Davey said joining the EU is a 'long-term thing' but is not currently on the table - as Liberal Democrat tensions grow about Brexit.
The Lib Dem leader has said he has worked very carefully with foreign policy spokesman Layla Moran to make sure we can improve our relationship with Europe.
But he added that 'at the moment those sort of things are not on the table'.
Questions remain over the party's Brexit stance, with Sir Ed heckling on Sunday after insisting to delegates during a Q&A session that he was 'campaigning hard on Europe'.
Sir Ed said the people on the doorstep just 'aren't talking about Europe' but senior figures - including former leader Sir Vince Cable - have argued the party should not lose sight of the issue.
An ultimate goal to return to membership status within the bloc is currently official policy, but the leader has been reluctant to speak publicly about this and says it is currently off the table.
Jo Swinson, former Lib Dem leader, launched the party's embarrassing 2019 general election campaign on a promise to revoke Brexit without a referendum, but ended up losing her seat.
Sir Ed has advocated 'root-and-branch' reform of the current trade and co-operation agreement, but framed this as a long-term challenge, arguing that a'realistic' approach is necessary.
The party has resisted a long-standing pledge to put a penny on income tax to finance spending on the NHS and social care.
The Lib Dems have called for the increase since 1992, but they have scrapped it in a bid to pimp pressure on Tory MPs in the so-called blue wall of safe southern seats.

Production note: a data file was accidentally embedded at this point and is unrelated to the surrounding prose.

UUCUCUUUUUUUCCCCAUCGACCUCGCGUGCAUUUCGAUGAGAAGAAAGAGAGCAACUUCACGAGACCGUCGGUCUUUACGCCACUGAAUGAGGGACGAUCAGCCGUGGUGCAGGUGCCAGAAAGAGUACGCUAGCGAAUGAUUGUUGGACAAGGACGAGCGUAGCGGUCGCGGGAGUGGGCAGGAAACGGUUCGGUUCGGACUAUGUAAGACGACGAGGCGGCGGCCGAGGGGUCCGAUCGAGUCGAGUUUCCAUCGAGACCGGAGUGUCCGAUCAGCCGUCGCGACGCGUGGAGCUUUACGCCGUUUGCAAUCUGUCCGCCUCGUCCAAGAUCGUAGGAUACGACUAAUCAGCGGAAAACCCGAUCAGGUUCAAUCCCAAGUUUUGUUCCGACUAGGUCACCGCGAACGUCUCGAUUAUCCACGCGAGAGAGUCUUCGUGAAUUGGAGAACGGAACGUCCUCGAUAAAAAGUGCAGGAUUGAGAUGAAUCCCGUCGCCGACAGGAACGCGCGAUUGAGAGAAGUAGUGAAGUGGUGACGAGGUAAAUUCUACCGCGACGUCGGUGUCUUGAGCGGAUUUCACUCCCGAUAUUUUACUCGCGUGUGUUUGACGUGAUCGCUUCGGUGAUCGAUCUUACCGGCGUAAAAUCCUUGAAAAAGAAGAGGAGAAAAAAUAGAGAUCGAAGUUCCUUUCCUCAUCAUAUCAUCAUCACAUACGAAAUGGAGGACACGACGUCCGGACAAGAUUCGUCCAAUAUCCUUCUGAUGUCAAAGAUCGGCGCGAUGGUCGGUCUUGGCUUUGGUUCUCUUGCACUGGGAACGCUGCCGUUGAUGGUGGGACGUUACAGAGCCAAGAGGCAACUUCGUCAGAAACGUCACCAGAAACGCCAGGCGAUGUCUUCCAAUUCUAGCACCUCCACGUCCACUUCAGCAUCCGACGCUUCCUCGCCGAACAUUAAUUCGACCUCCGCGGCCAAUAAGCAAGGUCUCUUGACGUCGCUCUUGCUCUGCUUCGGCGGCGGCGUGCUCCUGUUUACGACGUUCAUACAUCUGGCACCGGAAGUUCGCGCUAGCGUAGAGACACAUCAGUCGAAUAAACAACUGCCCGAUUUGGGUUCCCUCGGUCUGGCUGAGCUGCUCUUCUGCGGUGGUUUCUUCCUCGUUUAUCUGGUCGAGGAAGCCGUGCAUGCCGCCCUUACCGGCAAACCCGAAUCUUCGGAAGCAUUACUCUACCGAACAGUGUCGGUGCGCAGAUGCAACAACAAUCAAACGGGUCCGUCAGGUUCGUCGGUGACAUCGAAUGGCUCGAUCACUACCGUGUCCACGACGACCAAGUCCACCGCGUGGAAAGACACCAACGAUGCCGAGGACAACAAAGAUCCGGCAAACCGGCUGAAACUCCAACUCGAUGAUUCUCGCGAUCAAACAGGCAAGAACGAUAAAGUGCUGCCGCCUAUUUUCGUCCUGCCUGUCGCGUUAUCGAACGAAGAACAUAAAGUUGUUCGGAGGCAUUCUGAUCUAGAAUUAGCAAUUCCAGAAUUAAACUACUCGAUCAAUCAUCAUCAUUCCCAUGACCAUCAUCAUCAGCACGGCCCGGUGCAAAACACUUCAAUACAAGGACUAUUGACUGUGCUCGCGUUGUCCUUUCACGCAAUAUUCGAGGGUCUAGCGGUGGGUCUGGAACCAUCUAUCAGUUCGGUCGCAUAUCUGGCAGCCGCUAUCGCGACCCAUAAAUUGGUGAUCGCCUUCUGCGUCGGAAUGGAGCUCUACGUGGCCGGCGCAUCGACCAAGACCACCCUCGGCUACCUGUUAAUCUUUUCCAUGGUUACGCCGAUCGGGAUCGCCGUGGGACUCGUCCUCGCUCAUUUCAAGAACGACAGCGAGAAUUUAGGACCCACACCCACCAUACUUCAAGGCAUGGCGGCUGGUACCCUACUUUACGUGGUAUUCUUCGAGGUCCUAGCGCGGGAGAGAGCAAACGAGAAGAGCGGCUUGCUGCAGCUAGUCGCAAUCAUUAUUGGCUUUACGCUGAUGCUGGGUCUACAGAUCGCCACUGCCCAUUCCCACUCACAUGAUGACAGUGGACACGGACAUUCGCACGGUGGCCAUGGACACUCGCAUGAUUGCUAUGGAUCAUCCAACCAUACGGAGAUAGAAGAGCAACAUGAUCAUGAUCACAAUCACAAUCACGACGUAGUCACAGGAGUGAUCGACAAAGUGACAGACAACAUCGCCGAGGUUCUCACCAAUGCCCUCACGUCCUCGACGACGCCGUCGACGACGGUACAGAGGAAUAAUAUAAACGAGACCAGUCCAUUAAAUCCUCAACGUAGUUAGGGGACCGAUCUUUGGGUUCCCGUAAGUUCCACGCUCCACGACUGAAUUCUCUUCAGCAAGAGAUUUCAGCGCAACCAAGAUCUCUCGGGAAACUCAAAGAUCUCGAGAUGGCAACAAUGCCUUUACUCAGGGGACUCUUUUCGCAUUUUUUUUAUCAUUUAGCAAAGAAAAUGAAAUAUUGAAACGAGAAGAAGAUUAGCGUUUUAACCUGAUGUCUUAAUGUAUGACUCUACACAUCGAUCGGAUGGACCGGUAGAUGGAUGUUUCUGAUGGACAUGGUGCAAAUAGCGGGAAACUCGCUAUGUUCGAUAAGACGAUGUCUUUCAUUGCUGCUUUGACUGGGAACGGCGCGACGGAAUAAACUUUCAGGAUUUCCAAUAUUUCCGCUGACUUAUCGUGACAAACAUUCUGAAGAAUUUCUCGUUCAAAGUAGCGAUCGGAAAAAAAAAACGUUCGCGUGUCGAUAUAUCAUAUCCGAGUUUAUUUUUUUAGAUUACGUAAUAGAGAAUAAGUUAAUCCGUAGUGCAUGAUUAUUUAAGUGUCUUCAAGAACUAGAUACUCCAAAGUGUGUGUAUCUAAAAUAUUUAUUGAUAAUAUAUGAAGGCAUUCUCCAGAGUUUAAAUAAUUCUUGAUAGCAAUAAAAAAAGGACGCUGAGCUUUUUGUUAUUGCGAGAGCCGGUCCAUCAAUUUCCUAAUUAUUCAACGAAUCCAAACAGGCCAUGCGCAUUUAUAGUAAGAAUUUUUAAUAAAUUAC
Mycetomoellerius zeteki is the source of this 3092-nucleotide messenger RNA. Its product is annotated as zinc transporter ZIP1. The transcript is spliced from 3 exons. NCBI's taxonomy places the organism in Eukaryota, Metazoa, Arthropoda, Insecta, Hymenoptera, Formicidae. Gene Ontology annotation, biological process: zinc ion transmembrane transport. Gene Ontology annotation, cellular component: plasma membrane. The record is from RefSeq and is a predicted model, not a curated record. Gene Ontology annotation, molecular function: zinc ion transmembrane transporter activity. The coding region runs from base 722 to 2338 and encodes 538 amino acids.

Sir Ed said the commitment was unsustainable when people are struggling with the cost-of-living crisis.
He added: 'It has been two years of frozen income tax allowances and four more years to come. In those six years of stealth income tax rises, the basic rate of tax rose more than 3p.
t asks working families to pay more in taxes. Instead, Mr. Ed said the party would hike levies on banks and large companies.
Reversing cuts to the surcharge on the financial sector and increasing the burden on water, oil and gas firms would help to fund the party's newly adopted multibillion-pound policy platform, he said.
The party adopted an early version of its manifesto at its annual conference on Sunday, with policies aimed at winning over voters in Tory heartlands.
It will lay out a fully costed document at the polls next year, which is expected to be completed by the end of the year.
Among its policies is a £5 billion social care pledge which would see people 'be looked after where they want to be at home' and improved GP and mental health services.
Sir Ed has argued that the social care package would be able to pay for itself by saving £3 billion on the NHS, for example by freeing up hospital beds and relieving pressure on care homes.
Newly relaxed housing targets may also prove controversial with activists when they are debated on Monday.
The party has committed to building 150,000 social homes a year, shifting away from a commitment to build 380,000 homes annually in its 2019 manifesto.
But one Lib Dem council leader, Helen Morgan, said leaving national housing goals would be an 'abdication of responsibility' and warned against 'fluffy local targets'.